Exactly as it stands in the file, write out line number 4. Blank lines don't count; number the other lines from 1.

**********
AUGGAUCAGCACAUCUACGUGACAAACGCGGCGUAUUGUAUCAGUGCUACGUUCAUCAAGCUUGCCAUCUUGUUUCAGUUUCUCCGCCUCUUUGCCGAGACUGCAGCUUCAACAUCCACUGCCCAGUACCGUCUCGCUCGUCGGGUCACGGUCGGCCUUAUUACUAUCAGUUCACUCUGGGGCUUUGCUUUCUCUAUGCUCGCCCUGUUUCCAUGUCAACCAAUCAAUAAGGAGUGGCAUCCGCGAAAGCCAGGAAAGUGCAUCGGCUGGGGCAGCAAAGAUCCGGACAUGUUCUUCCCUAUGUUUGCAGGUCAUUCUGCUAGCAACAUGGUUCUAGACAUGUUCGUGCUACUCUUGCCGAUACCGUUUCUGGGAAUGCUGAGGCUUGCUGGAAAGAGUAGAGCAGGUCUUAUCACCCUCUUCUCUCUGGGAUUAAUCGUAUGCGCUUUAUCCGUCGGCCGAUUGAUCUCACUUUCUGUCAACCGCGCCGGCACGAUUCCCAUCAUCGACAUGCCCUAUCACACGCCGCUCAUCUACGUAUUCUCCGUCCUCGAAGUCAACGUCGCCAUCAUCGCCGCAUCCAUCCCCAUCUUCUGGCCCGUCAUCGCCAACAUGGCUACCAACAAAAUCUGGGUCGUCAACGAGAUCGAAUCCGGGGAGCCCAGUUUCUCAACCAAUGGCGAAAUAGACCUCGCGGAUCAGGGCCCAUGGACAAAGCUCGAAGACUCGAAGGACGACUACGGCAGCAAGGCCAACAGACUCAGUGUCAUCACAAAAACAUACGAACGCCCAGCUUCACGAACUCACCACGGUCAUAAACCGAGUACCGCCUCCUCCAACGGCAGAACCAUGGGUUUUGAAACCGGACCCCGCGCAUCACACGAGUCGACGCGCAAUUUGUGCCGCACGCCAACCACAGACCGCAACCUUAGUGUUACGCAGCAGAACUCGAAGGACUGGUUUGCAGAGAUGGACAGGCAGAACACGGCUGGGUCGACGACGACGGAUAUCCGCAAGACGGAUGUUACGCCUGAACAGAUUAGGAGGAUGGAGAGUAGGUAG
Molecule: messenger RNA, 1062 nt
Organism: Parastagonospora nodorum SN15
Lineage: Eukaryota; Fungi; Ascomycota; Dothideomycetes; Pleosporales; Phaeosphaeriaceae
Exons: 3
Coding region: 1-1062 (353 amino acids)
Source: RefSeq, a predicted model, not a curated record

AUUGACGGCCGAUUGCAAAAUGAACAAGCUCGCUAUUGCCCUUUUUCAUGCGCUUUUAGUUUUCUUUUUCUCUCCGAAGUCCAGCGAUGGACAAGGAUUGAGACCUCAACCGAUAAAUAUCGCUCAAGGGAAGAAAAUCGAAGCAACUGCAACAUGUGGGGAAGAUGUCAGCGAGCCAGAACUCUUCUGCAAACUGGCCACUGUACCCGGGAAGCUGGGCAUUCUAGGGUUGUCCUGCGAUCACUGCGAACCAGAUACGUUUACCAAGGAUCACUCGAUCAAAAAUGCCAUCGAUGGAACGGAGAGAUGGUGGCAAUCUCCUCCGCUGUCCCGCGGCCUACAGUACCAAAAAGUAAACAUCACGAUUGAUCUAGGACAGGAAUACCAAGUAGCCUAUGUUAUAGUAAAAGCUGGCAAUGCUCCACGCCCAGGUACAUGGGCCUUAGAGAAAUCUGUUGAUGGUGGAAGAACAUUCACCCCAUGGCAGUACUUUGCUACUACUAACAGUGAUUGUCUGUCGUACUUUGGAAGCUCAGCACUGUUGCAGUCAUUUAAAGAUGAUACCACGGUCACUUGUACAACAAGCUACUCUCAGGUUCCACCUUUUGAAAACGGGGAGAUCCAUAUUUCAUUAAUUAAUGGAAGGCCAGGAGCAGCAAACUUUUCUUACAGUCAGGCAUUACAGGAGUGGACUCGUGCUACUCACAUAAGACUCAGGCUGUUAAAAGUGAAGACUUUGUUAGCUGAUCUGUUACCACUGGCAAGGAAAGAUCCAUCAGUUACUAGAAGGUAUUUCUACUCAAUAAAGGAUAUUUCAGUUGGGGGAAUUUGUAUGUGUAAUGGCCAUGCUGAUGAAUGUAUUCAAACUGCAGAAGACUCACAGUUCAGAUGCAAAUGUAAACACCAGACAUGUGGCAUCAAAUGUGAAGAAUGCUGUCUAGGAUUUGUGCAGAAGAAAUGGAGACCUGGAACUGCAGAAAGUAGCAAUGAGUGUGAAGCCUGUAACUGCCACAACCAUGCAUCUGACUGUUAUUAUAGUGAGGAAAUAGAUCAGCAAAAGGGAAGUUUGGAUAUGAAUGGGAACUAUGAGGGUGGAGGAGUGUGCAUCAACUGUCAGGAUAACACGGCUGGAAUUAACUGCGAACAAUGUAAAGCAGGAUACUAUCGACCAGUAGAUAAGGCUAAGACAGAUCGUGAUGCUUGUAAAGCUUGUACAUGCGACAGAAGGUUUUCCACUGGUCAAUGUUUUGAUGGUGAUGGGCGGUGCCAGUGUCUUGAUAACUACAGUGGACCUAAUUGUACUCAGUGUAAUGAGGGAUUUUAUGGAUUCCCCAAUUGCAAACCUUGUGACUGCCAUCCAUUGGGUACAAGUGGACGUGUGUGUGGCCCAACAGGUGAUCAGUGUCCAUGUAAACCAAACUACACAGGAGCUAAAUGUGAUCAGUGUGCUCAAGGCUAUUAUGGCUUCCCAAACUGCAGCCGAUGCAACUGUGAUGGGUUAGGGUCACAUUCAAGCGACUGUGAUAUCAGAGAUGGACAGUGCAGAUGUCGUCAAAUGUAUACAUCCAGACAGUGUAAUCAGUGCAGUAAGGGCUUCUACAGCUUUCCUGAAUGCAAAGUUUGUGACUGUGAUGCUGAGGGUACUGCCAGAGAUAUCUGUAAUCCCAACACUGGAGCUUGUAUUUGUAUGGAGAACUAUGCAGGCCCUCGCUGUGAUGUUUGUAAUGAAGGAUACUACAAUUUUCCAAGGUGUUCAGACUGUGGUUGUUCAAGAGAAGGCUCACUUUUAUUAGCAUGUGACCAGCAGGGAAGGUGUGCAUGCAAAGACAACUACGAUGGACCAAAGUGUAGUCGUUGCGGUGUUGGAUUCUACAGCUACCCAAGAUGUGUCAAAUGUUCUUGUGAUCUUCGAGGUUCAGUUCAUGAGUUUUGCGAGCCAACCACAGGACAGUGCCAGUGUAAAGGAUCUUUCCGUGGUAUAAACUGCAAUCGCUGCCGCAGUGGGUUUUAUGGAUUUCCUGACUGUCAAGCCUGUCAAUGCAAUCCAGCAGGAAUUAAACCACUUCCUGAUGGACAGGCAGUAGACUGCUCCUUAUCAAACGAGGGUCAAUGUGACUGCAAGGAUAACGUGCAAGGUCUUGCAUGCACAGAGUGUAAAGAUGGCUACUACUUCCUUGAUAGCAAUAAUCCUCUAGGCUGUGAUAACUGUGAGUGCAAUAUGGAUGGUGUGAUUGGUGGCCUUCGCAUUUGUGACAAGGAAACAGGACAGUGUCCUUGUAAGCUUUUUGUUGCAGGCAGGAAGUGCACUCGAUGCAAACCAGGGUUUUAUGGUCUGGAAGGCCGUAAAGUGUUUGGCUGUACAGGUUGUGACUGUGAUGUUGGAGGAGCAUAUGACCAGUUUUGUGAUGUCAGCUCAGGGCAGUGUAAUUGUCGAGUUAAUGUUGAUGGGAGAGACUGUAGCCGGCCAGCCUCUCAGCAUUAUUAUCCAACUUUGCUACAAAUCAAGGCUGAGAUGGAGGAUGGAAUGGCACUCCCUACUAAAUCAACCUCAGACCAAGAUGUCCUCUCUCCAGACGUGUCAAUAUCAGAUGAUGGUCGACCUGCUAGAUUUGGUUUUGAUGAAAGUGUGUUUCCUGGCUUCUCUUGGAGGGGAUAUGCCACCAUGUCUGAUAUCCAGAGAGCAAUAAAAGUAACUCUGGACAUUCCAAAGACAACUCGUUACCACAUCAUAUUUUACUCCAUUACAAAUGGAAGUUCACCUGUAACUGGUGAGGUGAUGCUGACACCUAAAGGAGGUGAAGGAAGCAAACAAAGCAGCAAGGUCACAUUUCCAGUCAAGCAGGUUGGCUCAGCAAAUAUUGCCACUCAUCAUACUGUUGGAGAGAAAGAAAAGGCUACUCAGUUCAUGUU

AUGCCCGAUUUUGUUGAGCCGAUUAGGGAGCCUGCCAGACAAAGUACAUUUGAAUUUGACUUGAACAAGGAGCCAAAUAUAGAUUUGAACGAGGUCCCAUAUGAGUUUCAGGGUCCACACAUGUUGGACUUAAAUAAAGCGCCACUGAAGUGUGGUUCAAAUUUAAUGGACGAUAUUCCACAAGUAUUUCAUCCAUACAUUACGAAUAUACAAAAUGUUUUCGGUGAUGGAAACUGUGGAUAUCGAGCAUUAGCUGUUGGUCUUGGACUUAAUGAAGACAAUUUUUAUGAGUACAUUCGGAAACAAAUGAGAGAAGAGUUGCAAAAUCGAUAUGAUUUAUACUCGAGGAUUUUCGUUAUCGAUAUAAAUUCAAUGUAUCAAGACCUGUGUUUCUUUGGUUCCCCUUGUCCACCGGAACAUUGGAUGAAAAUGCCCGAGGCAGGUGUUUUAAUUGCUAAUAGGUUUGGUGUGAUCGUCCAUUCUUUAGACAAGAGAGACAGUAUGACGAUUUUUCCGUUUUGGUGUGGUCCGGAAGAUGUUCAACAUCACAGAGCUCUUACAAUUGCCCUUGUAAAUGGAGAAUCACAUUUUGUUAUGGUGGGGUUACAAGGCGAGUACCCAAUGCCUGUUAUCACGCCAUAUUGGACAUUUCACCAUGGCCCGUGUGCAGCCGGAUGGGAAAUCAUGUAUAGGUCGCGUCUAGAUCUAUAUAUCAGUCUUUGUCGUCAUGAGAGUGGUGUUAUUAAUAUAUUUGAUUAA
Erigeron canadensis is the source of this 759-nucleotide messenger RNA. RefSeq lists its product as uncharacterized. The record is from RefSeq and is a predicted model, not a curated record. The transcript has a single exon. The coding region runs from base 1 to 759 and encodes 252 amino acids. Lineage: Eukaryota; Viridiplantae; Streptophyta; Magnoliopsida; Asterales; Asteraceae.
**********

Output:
Lineage: Eukaryota; Fungi; Ascomycota; Dothideomycetes; Pleosporales; Phaeosphaeriaceae